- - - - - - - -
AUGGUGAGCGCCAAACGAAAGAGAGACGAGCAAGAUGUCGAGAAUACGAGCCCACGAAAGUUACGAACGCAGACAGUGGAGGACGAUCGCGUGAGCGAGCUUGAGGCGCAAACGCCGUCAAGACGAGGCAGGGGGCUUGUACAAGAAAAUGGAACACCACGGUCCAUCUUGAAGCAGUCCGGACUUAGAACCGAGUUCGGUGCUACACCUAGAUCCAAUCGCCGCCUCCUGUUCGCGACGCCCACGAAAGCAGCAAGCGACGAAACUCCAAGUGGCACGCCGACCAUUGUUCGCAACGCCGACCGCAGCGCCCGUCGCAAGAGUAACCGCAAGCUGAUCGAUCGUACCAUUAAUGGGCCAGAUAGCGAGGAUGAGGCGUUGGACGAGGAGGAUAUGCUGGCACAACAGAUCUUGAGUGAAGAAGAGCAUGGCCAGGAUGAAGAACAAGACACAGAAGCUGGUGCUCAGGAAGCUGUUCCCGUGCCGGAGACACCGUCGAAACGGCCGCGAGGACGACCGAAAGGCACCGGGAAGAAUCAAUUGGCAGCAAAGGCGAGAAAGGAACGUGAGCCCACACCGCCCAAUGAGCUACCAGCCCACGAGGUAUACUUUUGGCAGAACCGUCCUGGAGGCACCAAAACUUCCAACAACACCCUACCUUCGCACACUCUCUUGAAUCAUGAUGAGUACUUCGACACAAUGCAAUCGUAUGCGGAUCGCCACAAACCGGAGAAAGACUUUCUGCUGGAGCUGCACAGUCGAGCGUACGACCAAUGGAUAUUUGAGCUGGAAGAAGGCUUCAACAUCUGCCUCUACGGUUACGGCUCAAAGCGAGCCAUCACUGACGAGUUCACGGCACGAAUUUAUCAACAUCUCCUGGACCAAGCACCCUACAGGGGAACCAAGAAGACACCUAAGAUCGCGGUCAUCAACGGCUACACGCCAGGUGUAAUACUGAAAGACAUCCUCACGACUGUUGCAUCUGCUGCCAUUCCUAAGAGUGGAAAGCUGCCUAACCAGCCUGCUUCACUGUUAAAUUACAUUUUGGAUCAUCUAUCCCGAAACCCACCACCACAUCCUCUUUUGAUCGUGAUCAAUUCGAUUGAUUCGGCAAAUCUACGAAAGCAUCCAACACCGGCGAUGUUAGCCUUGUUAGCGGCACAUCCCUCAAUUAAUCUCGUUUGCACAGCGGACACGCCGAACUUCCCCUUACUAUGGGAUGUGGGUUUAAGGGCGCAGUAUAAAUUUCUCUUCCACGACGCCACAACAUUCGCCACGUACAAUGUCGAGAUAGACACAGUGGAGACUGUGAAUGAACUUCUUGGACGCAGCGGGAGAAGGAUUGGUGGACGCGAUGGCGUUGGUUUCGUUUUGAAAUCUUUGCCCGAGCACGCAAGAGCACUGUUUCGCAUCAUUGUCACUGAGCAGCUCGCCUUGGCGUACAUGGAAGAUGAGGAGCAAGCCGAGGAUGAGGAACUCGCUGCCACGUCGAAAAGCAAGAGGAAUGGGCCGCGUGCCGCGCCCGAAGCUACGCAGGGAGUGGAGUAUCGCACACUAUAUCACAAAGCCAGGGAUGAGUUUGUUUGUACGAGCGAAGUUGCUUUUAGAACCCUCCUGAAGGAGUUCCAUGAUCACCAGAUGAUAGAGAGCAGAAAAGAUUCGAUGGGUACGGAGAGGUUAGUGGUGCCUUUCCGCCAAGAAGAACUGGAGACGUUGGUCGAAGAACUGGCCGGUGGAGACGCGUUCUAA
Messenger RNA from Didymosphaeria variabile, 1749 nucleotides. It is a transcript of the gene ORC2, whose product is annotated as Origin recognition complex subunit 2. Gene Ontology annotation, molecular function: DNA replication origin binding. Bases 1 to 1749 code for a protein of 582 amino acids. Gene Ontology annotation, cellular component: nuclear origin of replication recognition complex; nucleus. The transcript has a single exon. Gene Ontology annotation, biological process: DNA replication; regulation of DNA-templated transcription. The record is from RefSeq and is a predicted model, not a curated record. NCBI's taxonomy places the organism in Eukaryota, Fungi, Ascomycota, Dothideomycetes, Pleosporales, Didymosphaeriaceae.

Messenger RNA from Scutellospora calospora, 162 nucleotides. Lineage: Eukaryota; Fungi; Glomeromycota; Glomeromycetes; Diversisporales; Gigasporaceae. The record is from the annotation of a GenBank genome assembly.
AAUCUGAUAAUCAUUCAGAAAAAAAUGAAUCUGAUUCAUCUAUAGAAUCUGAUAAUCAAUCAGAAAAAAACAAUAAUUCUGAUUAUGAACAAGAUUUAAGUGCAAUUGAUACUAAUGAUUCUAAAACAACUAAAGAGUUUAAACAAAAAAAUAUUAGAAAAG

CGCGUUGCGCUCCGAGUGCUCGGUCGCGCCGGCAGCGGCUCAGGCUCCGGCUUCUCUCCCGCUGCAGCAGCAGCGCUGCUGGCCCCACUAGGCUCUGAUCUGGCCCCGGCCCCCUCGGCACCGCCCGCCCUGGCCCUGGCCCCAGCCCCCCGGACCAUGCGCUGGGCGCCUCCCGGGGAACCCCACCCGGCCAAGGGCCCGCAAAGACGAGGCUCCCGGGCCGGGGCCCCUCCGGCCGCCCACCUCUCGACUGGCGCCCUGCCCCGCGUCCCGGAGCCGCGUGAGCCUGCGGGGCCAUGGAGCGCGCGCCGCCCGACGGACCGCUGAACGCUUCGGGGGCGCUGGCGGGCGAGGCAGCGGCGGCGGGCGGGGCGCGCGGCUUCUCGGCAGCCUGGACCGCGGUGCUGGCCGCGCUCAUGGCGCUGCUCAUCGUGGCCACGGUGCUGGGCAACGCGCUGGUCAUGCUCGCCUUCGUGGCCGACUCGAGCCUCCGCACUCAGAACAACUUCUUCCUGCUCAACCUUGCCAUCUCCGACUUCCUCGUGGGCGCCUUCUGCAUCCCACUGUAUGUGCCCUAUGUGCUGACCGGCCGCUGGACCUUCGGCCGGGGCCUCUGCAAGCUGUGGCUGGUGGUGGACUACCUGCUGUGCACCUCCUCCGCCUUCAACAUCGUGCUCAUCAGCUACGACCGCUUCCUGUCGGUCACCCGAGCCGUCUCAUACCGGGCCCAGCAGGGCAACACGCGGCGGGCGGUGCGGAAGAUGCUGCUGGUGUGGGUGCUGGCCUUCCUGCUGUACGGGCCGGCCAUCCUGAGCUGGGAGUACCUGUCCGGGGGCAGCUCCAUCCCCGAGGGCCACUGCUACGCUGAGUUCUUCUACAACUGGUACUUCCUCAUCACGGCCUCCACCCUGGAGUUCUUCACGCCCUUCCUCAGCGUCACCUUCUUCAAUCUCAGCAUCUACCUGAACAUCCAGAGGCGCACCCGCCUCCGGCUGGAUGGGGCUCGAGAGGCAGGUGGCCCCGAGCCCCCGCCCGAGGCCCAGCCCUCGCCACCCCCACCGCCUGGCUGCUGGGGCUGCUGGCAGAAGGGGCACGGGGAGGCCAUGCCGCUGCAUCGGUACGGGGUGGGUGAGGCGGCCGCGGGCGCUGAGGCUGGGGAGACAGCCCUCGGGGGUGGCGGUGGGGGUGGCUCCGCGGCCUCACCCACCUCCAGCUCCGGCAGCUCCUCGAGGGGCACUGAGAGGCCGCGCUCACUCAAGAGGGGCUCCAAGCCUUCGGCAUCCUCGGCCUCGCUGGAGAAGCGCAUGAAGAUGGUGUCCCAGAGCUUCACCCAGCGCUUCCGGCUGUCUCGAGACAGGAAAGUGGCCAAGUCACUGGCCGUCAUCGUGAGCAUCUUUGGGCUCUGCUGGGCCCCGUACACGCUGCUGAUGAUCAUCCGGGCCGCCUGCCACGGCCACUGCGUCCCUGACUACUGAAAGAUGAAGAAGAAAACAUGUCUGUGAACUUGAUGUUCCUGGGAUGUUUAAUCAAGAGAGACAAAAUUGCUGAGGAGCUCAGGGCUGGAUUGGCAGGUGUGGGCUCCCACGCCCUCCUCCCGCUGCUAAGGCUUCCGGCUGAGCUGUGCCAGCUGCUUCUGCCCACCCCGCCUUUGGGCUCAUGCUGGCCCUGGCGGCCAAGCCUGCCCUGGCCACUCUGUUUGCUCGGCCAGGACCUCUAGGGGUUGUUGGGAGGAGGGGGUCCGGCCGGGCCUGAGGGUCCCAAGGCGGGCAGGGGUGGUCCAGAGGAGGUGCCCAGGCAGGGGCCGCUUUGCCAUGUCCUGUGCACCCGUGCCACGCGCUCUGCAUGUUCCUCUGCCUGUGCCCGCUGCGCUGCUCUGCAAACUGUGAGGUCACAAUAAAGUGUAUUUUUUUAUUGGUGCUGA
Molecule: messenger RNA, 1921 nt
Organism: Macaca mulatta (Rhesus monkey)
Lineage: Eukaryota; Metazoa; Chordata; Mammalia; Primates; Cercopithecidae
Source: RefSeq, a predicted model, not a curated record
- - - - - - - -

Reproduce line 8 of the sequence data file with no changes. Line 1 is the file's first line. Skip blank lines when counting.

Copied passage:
Lineage: Eukaryota; Metazoa; Chordata; Mammalia; Primates; Cercopithecidae